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Rabbi Riccardo Pacific meets with internees in the Ferramonti camp.

Photograph | Digitized | Photograph Number: 49409

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    Rabbi Riccardo Pacific meets with internees in the Ferramonti camp.
    Rabbi Riccardo Pacific meets with internees in the Ferramonti camp.


    Rabbi Riccardo Pacific meets with internees in the Ferramonti camp.
    April 1942
    Ferramonti [Calabria] Italy
    Photo Credit
    United States Holocaust Memorial Museum, courtesy of Emanuele Pacifici

    Rights & Restrictions

    Photo Source
    United States Holocaust Memorial Museum
    Copyright: United States Holocaust Memorial Museum
    Provenance: Emanuele Pacifici

    Keywords & Subjects

    Administrative Notes

    Emanuele Pacifici is the son of Rabbi Riccardo Pacifici and Vanda Abenaim Pacifici. His father was born February 18, 1902 in Florence, and his mother was born on May 6, 1907 in Pisa. Emanuele was born on June 15, 1931. After receiving his rabbinical ordination in Florence, Rabbi Pacifici served as the assistant rabbi of Venice from 1929 to 1930. Shortly after Emanuele's birth, the Pacificis moved to Rhodes where Rabbi Pacifici became both Grand Rabbi of Rhodes and Director of its Rabbinical College. Two years later the Pacificis gave birth to a daughter, Miriam on February 22, 1933. In September 1935 the family moved again after Riccardo Pacifici was appointed Chief Rabbi of Genoa and director of the yeshiva there. There, the family experience both tragedy and happiness. On March 4, 1937 Miriam passed away at the age of four. The following year, the Pacificis gave birth to another boy, Rafaele on July 2, 1938. In 1940 Emanuele, who was then nine, was sent to a Jewish school in Turin. In 1942, due to the Allied bombing of Turin, Emanuele was sent to Casale Monferrato, which had a Jewish community and was situated between Turin and Milan in the northwest corner of Italy. Rabbi Pacifici remained in Genoa and also periodically visited the Feramonti internment camp to attend to the religious needs of the prisoners. He visited the camp three times between 1942 and 1943. At the end of September 1943, Mrs. Guzmano, the governess who cared for Emanuele in Casale Moferrato, warned the school's director of an impending raid. She brought some twenty children two at a time to her house and kept them for five or six days until their parents could pick them up. In the interim Emanuele's mother and brother left Genoa for a hiding place near Pisa. Rabbi Pacifici brought Emanuele back home, and they remained in Genoa through Sukkot. Following the October 16 massive round-up in Rome, Emanuele's uncle came to Genoa to escort Emanuele to his mother. He never saw his father again. On November 4, 1943 Rabbi Pacifici was arrested in his synagogue. He was taken to Auschwitz and killed upon arrival on December 12, 1943. Emanuele, his mother and brother remained in Calci on the outskirts of Pisa for about 20 days. Pietro Boetta, the secretary to the cardinal of Genoa, visited Vanda and warned her to leave immediately. He told her of her husband's arrest and said he was afraid that if he was tortured, he might reveal the family's whereabouts. Vanda and her sons fled to Florence on November 19, 1943 and presented the local cardinal with a reference from Cardinal Boetto. They were told to go downstairs and that Secretary Don Leto Casini would take care of everything. (Yad Vashem later honored Casini as Righteous Among the Nations.) Casini gave them a list of convents where they could hide. The three of them walked around the city all day going from convent to convent only to learn that each was already full. Finally, just as the curfew descended, they found shelter in the Franciane Missionarie di Marie on the Piazzia del Carmine del Firenze. They had not eaten all day because their ration cards revealed they were Jewish. The Mother Superior Esther Bussnelli greeted them and brought them food. Vanda was given a place to sleep inside, while Emanuele and Rafaele slept in the courtyard. The next day, the boys were sent to another convent while Vanda remained where she was. Unfortunately a spy lived near the Missionarie di Marie and revealed that Jews were hiding there. German police entered the convent on November 26 at 9:00 and arrested 33 Jewish women, including Emanuele's mother and grandmother, Linda Abenaim. Vanda managed to throw a letter out from the SS truck describing what had happened. She and the other women were deported to Auschwitz and killed immediately on December 12, 1943. Vanda's brother Ettore was deported from Torin and her brother Carolo died in a Pisa hospital on December 31 1943. Emanuele and his brother remained hidden in the second convent until August 2, 1944. A soldier from the Jewish Brigade met the boys and brought them to their grandparents and uncles in Rome. Emanuele wanted to immigrate to Palestine, but was prevented from traveling due tuberculosis. Instead he remained in Rome. On October 8, 1982, on the holiday of Shemini Atzeret, he was shot and wounded by Arab terrorists outside the synagogue in Rome.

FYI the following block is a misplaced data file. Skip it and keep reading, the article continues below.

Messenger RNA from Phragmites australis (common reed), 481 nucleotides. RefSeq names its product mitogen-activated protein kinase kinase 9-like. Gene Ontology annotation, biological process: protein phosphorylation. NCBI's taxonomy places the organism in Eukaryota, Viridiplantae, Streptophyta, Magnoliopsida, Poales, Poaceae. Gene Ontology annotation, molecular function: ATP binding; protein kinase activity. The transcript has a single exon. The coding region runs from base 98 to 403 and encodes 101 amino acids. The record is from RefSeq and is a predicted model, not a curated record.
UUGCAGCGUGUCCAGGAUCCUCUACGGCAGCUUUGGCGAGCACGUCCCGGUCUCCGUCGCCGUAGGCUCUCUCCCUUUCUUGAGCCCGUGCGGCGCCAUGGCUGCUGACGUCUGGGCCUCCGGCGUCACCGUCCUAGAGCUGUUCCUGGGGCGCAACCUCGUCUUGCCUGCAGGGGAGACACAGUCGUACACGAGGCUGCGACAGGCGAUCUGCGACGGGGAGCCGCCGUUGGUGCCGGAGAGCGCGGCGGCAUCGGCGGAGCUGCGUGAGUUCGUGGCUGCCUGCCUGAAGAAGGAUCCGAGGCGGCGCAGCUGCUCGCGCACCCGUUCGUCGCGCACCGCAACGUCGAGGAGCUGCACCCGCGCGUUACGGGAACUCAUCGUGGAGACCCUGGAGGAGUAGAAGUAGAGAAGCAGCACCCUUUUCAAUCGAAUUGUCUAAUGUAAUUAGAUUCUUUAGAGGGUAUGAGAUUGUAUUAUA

Record last modified:
    2005-10-21 00:00:00
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